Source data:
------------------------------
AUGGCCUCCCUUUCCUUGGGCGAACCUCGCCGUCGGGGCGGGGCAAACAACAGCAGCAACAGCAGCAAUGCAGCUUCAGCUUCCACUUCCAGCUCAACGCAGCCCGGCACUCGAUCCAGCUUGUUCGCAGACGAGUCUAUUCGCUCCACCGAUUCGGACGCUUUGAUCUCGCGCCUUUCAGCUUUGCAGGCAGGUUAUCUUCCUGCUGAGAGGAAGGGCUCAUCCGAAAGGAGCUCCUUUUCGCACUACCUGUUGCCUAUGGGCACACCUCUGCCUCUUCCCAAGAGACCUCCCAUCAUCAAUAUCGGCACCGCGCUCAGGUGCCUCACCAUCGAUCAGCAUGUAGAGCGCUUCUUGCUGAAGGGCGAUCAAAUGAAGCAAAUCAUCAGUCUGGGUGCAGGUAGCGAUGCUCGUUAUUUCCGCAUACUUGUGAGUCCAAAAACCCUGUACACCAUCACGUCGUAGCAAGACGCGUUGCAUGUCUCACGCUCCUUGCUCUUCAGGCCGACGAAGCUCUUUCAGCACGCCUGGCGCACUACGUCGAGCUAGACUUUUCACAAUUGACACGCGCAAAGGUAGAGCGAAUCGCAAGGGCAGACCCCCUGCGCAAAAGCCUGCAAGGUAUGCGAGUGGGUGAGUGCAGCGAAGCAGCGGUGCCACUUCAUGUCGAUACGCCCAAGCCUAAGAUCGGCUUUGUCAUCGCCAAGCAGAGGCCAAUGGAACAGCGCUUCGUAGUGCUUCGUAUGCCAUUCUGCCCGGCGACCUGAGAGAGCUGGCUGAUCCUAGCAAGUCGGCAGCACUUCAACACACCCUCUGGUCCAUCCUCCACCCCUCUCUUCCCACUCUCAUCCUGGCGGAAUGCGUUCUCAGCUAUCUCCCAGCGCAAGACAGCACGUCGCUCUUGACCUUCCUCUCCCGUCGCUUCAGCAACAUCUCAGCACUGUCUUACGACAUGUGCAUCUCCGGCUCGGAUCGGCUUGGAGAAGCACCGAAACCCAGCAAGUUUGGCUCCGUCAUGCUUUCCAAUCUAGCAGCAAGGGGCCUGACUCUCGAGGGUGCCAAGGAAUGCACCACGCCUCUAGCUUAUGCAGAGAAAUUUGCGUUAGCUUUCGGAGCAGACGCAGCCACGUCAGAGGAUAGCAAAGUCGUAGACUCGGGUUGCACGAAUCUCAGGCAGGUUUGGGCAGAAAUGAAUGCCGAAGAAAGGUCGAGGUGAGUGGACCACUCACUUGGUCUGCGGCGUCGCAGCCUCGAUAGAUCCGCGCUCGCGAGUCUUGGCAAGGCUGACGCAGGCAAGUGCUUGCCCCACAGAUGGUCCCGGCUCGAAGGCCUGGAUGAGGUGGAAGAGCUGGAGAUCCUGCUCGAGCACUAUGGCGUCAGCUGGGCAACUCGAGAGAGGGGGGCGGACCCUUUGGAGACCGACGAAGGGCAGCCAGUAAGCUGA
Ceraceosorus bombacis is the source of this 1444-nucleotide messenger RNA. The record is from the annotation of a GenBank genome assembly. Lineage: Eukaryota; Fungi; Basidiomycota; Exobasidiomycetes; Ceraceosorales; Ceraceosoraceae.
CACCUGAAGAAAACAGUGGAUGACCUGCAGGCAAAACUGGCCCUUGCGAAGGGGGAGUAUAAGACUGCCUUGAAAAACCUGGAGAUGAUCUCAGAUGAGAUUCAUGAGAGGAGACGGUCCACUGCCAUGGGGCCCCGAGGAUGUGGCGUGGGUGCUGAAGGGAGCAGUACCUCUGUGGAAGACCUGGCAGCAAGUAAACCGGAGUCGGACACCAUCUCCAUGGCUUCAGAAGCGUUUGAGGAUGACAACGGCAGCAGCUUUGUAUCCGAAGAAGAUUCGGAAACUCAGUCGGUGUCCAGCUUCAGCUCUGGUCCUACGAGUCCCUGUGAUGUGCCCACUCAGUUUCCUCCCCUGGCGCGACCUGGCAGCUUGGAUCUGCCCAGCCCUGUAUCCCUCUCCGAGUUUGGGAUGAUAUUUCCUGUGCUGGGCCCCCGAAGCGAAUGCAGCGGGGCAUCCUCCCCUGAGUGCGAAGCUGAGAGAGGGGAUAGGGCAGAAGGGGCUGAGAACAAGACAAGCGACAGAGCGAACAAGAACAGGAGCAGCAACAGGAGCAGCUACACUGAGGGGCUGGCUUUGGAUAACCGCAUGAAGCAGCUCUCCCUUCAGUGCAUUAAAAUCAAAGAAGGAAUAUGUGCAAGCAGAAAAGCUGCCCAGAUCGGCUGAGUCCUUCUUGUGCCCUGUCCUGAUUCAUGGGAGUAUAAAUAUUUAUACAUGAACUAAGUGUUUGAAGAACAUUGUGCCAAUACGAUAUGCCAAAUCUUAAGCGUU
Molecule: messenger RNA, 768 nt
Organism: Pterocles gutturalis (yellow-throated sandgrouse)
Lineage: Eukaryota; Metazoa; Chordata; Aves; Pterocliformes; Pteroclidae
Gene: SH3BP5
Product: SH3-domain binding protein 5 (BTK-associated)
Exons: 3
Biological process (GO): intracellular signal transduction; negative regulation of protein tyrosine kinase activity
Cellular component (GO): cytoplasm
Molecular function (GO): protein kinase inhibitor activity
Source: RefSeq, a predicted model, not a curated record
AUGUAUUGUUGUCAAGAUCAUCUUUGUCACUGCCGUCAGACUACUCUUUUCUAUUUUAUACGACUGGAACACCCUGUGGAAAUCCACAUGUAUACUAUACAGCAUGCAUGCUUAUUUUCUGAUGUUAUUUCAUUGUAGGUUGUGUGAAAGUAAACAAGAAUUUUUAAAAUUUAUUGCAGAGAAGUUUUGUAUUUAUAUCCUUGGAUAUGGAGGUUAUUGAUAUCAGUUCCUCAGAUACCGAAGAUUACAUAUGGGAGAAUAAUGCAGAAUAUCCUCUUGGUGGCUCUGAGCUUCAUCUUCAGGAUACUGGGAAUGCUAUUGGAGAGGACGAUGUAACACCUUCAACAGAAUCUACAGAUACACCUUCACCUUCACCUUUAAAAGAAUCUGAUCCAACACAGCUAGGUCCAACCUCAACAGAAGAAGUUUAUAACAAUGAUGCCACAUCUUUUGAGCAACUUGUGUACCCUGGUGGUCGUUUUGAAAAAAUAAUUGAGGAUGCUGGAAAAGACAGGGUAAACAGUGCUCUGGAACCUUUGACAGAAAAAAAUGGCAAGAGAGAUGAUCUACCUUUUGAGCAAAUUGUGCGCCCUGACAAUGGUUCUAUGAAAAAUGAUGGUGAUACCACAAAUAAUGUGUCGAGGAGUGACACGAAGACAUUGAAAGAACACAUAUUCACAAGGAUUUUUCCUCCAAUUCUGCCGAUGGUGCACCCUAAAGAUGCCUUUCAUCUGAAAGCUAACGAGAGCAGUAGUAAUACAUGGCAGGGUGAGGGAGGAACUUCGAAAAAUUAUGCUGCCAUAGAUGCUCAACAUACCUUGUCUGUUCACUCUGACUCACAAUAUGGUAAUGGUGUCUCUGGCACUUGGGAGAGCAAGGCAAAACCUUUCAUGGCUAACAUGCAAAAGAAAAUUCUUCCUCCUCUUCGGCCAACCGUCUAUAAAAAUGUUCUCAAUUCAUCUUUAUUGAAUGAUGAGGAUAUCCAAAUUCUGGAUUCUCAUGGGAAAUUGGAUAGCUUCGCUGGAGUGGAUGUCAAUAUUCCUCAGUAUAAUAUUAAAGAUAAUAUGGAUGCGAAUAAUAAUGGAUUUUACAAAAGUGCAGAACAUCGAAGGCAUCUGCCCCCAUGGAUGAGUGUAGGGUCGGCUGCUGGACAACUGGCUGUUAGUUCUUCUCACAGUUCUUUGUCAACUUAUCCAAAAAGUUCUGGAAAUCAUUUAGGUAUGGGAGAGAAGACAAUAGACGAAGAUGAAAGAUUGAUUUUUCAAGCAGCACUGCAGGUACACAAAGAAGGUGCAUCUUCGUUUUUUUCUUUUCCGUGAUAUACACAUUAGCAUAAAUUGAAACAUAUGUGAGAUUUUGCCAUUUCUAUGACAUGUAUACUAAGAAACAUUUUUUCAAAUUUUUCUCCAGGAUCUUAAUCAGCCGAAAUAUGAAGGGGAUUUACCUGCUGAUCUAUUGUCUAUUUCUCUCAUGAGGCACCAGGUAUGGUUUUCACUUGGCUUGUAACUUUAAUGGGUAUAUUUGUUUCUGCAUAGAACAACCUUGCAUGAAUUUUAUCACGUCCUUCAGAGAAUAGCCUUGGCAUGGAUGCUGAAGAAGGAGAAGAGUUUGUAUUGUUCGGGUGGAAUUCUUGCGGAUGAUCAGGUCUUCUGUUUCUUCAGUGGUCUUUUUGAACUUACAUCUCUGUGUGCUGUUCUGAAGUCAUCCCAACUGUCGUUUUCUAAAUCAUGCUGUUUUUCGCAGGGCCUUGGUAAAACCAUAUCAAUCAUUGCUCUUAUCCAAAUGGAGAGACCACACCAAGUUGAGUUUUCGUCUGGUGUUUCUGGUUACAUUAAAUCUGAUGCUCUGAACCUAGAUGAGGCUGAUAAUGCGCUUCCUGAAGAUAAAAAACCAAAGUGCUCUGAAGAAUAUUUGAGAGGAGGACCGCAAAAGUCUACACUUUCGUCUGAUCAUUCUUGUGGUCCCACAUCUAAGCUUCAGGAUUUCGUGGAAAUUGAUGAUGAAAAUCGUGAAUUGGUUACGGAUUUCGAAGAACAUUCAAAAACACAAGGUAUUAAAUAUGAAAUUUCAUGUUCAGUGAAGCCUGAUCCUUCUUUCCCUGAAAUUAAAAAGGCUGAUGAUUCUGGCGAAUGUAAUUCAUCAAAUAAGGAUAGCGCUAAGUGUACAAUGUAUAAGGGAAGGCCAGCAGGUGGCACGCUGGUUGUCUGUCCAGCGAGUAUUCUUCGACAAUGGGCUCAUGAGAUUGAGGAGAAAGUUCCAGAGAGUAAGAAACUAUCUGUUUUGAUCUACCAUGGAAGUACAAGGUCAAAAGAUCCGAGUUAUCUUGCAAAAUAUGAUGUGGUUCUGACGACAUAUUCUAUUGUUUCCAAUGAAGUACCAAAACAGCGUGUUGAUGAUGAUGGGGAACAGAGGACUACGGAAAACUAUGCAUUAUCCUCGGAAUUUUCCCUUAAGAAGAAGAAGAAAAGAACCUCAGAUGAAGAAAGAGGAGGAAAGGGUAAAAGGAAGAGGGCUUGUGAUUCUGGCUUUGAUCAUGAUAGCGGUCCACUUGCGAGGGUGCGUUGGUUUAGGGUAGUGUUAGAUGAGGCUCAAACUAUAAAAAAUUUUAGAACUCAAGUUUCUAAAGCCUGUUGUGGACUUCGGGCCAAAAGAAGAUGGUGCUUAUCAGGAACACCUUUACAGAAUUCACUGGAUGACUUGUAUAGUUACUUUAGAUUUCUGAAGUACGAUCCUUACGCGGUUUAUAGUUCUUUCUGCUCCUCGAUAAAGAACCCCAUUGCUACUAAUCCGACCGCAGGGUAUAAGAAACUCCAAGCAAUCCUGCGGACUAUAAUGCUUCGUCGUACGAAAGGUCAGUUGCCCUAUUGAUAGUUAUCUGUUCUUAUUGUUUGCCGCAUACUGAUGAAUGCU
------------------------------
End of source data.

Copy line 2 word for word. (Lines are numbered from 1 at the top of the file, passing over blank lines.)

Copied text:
Ceraceosorus bombacis is the source of this 1444-nucleotide messenger RNA. The record is from the annotation of a GenBank genome assembly. Lineage: Eukaryota; Fungi; Basidiomycota; Exobasidiomycetes; Ceraceosorales; Ceraceosoraceae.